People will tell you to be strong – this is ALWAYS said with love but sometimes you may not feel like being strong and sometimes you may not be able to be strong. It is a very stressful time and as much as you may want to be strong, some days will be harder than others. On those days its ok to cry or feel despondent but it’s also important to remember to look after yourself and check in on yourself. This might be the time to phone a friend or family member and talk it out.
People will want to help you – When we hear about someone in our community who has been dealt a cruel hand, we want to help them. The way you feel when this happens to other people is how people feel about YOU right now. I personally struggled with this A LOT. I am a very independent person and I had to keep reminding myself that this is what I would do for others if they were in the same situation, it did not make me weak, it did not mean that I wasn’t coping. You may not know what you need but luckily there are always those people who are the doers. The ones that organise the meal rosters, that bring you shopping even when you didn’t ask for it, that drop flowers at your door, or a hot drink, or a bottle of wine. Then there are the others that will check in on you, a phone call, a text, they may send you a funny meme, all of this is their way of telling you they are thinking of you.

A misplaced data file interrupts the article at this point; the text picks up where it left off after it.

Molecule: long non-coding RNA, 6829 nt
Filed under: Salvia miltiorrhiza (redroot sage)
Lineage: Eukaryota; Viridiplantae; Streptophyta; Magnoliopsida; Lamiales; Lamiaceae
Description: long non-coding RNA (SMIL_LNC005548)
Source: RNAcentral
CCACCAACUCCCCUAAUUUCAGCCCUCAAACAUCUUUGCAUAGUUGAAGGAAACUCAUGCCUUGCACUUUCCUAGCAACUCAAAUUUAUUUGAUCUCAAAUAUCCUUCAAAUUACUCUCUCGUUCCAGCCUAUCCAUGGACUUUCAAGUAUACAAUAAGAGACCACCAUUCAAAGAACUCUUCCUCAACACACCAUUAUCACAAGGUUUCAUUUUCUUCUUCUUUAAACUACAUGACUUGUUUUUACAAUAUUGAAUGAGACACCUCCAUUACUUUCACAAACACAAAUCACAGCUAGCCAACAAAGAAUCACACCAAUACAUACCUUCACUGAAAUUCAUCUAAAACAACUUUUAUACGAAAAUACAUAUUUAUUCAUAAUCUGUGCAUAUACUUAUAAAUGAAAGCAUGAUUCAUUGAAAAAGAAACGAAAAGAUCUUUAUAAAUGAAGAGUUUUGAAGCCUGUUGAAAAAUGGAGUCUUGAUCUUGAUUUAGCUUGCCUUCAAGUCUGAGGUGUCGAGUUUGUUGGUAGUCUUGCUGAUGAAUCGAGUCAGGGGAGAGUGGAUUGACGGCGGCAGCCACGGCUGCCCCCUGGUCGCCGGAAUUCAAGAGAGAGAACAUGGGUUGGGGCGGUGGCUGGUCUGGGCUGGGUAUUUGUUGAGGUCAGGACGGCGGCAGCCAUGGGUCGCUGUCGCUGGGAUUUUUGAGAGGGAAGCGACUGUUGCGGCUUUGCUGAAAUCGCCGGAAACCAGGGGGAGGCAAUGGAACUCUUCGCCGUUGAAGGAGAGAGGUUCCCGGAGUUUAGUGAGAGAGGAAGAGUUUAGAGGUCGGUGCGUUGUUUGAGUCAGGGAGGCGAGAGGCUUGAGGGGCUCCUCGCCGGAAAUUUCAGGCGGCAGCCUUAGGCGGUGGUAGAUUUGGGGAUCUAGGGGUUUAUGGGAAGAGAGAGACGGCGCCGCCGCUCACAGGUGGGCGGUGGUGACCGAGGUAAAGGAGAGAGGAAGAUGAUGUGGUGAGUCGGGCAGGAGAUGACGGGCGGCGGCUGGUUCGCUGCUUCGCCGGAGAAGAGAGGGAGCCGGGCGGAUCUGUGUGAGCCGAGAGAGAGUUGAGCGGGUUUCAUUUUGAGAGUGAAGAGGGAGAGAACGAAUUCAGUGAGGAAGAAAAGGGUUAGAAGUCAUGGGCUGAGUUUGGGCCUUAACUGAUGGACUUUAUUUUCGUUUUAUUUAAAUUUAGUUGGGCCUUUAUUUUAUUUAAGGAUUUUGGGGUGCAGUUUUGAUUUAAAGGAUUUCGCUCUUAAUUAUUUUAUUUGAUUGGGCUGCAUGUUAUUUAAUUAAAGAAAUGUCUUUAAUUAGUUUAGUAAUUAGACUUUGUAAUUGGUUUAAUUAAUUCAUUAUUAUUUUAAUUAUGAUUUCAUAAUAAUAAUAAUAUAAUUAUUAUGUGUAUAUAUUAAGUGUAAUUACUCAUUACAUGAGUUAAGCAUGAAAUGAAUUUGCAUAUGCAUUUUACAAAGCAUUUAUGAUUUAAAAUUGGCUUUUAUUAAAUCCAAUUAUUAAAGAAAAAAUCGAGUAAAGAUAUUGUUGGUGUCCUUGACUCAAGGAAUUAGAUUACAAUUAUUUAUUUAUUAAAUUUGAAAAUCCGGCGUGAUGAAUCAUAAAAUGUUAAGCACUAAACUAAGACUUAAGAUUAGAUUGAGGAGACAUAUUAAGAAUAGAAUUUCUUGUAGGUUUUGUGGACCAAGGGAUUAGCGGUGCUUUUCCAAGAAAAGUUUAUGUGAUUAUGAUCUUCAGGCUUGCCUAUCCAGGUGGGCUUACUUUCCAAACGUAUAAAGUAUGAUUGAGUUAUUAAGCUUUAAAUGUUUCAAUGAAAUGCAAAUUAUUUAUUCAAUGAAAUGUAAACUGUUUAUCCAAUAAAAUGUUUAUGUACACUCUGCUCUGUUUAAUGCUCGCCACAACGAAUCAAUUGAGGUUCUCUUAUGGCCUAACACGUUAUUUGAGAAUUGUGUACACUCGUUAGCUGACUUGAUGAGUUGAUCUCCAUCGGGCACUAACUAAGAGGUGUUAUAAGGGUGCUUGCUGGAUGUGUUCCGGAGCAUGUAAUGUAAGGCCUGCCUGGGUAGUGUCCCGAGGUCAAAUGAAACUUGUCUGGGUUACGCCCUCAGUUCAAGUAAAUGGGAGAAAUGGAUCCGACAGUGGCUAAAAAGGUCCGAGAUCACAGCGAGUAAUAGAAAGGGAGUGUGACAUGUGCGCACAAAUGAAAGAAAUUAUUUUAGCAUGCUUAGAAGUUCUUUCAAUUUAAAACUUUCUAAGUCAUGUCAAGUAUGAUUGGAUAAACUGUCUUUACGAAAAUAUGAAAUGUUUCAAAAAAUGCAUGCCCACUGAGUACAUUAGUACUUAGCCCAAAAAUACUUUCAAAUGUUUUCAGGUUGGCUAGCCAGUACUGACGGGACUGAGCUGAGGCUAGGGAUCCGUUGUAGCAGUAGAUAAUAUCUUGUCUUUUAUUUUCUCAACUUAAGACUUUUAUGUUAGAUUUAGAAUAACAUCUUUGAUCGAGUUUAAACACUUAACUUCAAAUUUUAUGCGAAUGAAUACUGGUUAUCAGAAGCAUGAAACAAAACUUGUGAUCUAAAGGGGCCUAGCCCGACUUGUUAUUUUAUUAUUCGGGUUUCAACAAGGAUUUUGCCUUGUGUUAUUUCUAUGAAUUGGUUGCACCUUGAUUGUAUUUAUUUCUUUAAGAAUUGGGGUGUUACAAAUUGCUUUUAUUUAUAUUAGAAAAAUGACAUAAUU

And if you do know what you need – hallelujah! Now ask for it! The thing that I would have wanted is for someone to look after my children so I could sit with my husband through some of his treatments. Unfortunately, this wasn’t a possibility for us because of the timing with coronavirus, but that is perhaps one thing you could ask for help with. Get used to saying “Yes please”.
A psychologist can help you – speaking to a psychologist may be helpful for you to work through your feelings and to feel supported by a qualified health care practitioner. Psychologists can assist also in strategies for stress management to support you and your partner through the difficult time. We sought out a fantastic psych who initially gave us information on the best way to tell our children and to help us come to terms with the shock of the news, then later to have someone to check in on how we were all coping from week to week.